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reddit that is not subtracted from the user experience. when you make a real connection, because customers need something from a brand, that can be a powerful thing. what we try to think about is how do we do that in a way that it does not subtract from the content and make sure the ads are targeted in reaching the wrong person, so they do not feel like they are at the expense of the user and experience but neutral or positive. alexis: reddit is in a fortunate position because a company like coca-cola can run an ad during the super bowl, and the engagement on that content was higher than organic content on reddit. if a brand is coming correctly they cannot only make a great investment but are making a real influence. emily: as i understand it, they give you free reign. you wish over the last decade
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they have been more involved and help you build up the business? steve: in a lot of respects they were. when we sold the company in 2006 i think we were both 22. we did not know a lot about running a business and at the time i regretted it. when i reflect on it now, being part of conde was a good home for us to learn how to manage and grow, and now that we are independent again we can bring those lessons back to reddit. i am not actually certain reddit would have survived without that. emily: alexis ohanian and steve huffman, cofounders of reddit. we will continue this exclusive conversation as we dig into reddit's privacy policy and do not track tool, and problems of harassment.
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this is bloomberg. ♪
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emily: now back to our special on reddit. the company stands on internet privacy and free speech has made and it a pioneer. it can prevent third-party analytics from being loaded during their time on the site, but the program does have its critics, being called a greeting -- breeding ground for trolls. back to the exclusive interview. >> a lot of it is simple technology changes. on spam, it is finding where it is coming from and eliminating it. letting users block other users has had a big impact. we have a long way to go but we are making steady process -- progress. alexis: about a quarter of a billion people will hit reddit this month and out of all of the content they are producing, only .02% of it gets reported so in that context it is a pretty remarkable environment. emily: some of the criticism, april say it is a hub for trolls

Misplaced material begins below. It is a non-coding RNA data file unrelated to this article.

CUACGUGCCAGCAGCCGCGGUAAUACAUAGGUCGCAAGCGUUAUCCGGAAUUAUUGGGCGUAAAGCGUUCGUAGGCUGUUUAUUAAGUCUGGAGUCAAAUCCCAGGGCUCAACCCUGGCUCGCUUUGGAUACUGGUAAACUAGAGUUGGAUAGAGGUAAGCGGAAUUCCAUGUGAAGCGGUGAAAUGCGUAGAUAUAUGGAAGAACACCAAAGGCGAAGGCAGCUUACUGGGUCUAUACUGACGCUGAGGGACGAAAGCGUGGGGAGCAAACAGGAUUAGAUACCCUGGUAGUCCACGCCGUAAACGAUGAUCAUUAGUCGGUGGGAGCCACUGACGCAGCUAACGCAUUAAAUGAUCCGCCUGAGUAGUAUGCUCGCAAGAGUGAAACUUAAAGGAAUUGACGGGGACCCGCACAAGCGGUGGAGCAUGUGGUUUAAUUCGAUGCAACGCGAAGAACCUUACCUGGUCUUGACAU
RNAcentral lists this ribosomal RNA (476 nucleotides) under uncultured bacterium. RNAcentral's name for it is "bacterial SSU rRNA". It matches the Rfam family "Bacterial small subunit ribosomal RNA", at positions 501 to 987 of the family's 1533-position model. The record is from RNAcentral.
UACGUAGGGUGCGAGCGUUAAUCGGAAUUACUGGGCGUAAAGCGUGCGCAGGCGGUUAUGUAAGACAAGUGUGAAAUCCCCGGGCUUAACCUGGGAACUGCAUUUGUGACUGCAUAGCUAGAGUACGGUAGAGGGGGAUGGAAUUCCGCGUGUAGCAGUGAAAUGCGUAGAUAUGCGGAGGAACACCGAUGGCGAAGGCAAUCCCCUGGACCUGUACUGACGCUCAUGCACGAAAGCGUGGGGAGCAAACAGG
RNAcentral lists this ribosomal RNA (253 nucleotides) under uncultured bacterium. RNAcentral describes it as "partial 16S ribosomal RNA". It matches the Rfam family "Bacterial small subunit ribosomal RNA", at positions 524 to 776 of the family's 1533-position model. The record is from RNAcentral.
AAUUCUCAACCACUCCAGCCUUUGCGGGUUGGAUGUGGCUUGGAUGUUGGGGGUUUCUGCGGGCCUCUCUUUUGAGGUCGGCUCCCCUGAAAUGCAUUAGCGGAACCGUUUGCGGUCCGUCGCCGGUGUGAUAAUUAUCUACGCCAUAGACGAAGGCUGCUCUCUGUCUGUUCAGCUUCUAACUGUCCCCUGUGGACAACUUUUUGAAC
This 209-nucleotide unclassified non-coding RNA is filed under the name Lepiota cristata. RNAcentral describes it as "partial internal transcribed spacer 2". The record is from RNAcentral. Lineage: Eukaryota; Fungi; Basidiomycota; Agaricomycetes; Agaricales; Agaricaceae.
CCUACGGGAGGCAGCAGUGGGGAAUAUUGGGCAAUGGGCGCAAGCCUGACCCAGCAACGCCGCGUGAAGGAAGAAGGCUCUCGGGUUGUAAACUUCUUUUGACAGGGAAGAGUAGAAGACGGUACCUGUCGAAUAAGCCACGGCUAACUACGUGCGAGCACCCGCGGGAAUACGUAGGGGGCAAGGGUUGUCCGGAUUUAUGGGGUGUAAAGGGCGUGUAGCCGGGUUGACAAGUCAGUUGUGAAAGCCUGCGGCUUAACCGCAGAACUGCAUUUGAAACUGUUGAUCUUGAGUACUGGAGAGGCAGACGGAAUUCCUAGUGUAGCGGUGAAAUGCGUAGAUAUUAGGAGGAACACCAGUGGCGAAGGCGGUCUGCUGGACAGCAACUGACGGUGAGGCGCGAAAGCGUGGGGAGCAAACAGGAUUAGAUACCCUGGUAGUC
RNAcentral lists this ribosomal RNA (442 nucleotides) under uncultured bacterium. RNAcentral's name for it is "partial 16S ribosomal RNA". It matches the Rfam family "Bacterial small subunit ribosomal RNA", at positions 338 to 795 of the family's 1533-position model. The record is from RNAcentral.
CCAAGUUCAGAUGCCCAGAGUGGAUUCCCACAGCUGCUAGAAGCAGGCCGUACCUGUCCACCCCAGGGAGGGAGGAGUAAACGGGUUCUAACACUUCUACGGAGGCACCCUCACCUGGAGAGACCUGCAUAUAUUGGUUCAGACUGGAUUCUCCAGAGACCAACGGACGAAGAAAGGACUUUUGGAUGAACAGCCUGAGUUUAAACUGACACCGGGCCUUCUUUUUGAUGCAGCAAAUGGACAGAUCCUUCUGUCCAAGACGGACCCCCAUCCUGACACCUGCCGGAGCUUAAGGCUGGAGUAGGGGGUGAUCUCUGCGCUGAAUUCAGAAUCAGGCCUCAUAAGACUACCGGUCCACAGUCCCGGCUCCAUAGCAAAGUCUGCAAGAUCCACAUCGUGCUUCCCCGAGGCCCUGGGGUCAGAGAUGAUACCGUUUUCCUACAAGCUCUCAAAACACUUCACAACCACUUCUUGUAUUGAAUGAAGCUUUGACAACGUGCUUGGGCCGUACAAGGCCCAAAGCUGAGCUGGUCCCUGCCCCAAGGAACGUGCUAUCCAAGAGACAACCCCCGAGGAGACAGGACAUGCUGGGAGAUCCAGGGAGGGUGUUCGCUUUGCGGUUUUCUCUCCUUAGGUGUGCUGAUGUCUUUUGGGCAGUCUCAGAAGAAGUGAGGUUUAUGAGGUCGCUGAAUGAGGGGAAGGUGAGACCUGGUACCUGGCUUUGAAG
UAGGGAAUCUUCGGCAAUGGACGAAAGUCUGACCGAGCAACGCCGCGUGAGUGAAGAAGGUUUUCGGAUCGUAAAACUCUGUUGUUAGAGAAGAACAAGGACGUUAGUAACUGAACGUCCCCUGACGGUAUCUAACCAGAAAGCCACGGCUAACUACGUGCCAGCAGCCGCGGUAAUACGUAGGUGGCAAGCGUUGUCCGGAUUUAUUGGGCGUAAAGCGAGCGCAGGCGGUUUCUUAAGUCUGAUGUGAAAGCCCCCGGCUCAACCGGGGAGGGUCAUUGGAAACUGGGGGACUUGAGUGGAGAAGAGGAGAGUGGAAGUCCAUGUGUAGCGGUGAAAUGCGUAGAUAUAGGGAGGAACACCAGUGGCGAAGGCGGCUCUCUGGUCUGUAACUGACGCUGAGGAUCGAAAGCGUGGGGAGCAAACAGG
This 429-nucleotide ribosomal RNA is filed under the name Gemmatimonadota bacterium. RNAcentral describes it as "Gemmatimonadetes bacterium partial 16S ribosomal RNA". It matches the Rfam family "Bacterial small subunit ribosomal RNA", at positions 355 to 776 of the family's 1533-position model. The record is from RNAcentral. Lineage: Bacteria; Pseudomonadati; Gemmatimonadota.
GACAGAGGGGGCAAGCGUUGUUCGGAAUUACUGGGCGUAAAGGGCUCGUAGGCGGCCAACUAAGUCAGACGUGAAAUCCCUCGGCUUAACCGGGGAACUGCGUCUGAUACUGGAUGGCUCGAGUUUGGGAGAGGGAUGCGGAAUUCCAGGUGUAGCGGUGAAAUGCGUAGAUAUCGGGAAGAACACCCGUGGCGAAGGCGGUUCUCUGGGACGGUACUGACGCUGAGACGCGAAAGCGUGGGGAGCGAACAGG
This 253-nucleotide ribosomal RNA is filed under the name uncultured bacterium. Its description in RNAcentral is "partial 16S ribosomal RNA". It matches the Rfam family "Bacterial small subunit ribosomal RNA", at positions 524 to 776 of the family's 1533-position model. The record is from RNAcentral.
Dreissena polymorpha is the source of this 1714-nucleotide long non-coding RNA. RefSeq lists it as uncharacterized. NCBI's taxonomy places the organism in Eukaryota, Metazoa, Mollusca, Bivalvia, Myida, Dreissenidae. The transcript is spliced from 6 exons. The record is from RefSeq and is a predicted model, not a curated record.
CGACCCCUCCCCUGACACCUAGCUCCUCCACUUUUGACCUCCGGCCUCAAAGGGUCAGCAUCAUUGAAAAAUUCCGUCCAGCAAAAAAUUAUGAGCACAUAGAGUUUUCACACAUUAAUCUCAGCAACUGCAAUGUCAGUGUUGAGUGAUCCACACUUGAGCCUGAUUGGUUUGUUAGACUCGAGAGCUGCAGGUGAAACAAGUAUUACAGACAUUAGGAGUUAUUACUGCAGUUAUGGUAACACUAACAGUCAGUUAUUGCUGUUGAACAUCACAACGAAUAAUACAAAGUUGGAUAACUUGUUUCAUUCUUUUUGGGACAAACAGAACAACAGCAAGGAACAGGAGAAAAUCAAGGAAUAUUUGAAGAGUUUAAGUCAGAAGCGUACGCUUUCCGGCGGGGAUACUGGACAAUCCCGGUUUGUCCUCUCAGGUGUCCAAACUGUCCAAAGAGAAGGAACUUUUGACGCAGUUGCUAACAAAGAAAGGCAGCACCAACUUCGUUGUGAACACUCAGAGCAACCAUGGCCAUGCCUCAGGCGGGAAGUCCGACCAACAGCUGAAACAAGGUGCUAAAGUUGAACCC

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for to organize and spread -- critics say it is a hub for trolls to organize and spread. like a virus. you and i have talked about this. how are you balancing not alienating your core users and cleaning up the site? >> our core users are overwhelmingly good and we have actually eliminated a number of communities over the last year, some of it more dramatic than others. now that we have set the tone with the community of what is accepted and what is not, it is about setting boundaries and policies and enforcing it consistently. emily: in the week leading up to this we were taking questions on reddit and unfortunately a lot
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of the usernames were to offensive to use. how are you making reddit safer for women especially, in particular? >> it is a big thing that is on our mind. we are trying to make reddit as welcoming as possible. are making sure we are connecting people with their home on reddit. it is not an easy problem but i think we have made strides towards it. but there's still plenty of work to be done. emily: not just women, i nor days, anyone who is not just a straight white guy -- minorities, anyone who is not just a straight white guy. alexis: one out of three americans who are going to hit reddit this month are going to hit reddit this month. we are talking about a large and diverse population and we are